Introduction to Android phones & tablets
||These notes accompany a series of workshops given at
House. The Introduction to
Android phones and tablets
workshop is given in two parts. This is the first part - looking at
your Android device and becoming comfortable with the Android operating
system and standard apps. The second part
will help you learn to customize Android and suggest some worthwhile
apps to download and install.
Android is the most popular operating system in the world today (see: Nearly nine out of 10 smartphones shipped run on Android) - used by more people than Microsoft Windows, Apple's Macintosh or iOS. It's developed by Google and used by a variety of smartphone and tablet manufacturers for a huge variety of products. That's both a strength and a weakness - it's a strength because it means you can get a phone (or tablet) in a wide range of sizes - small, medium, large, extra-large, styles, price-points, with keyboards and without, etc. It's a weakness because there is a huge range of hardware and software versions - manufacturers and phone companies are free to customize Android as much as they want. This makes it difficult to distribute Android updates - even vital security updates; while a majority of Apple iPhone/iPad users are running either the latest iOS version or the previous one, Android users are running a wide range of versions - and even users of the same Android version will find that it looks and works differently on, say, a Samsung phone from one from HTC.
|Most Android devices offer
easy access to commonly-used settings - things you might want to get to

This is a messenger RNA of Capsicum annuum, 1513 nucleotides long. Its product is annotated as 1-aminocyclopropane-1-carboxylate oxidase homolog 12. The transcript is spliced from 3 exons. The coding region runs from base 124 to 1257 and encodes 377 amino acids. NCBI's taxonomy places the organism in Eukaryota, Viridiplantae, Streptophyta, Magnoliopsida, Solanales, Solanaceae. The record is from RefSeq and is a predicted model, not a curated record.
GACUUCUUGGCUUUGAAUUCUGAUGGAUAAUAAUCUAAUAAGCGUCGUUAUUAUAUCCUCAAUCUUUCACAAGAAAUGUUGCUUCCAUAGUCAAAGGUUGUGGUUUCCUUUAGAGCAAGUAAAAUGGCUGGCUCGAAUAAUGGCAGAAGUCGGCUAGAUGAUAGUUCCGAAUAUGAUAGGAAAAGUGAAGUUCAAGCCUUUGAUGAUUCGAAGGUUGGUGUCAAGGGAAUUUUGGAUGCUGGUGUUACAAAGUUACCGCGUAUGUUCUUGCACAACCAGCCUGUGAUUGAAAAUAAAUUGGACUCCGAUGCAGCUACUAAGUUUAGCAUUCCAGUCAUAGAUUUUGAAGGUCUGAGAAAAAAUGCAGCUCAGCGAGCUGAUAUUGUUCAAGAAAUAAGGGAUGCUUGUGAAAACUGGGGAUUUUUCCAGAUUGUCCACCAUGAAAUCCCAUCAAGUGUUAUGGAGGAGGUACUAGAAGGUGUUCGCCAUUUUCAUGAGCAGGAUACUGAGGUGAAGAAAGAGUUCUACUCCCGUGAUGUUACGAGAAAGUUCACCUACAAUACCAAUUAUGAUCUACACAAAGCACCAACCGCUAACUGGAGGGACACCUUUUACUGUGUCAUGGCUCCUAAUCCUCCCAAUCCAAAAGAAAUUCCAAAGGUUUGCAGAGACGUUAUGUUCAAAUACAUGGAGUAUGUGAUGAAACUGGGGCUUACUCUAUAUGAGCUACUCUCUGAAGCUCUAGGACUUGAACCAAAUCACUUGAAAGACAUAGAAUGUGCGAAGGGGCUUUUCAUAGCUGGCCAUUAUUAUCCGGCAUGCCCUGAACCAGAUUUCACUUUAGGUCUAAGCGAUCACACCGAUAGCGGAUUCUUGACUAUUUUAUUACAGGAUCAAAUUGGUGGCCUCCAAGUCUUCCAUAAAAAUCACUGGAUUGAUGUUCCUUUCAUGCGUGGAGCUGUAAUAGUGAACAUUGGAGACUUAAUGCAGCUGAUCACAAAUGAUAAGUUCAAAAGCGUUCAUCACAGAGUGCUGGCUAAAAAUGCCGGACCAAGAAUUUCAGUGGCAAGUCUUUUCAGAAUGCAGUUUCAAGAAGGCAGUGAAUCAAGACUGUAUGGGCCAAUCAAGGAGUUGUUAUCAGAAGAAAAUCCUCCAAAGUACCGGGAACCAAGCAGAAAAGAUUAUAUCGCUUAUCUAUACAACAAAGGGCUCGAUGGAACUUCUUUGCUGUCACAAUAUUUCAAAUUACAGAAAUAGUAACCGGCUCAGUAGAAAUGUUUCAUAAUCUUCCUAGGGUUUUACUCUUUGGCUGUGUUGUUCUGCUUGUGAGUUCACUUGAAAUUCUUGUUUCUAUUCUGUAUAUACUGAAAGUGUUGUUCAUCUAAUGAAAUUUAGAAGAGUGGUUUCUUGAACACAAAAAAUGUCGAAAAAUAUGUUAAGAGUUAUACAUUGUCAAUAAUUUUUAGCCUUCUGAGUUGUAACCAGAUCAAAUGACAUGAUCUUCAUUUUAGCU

quickly, like turning Airplane Mode on or off, connecting to a WiFi
network, or more.
To get to the Quick Settings options, pull down from the top. You'll see notifications. On my older HTC Desire 510 phone, there's an icon in the top right above the notifications list - tap on it and you'll see the Quick Settings as shown to the left.
On my newer Nexus 5x phone, pull down from the top to show the notifications - then pull down again. This time you'll see the Quick Settings as shown to the right. (There are a couple of other options on a second page if I swipe from the right).
In both cases, you'll see options to adjust the screen brightness for more visibility in bringht sunlight or to save battery power. You can quickly turn WiFi on or off or connect to a different WiFi network. Turn the Bluetooth radio off - and leave it off unless you need it - it's just wasting battery power otherwise. Turn 'airplane mode' on when you board a plane and turn it off again when you land (maybe!). Disable auto-rotate if you find it annoying.
(For all these plus lots more settings, the Settings app offers lots of options - we'll look at that in detail in Part 2.)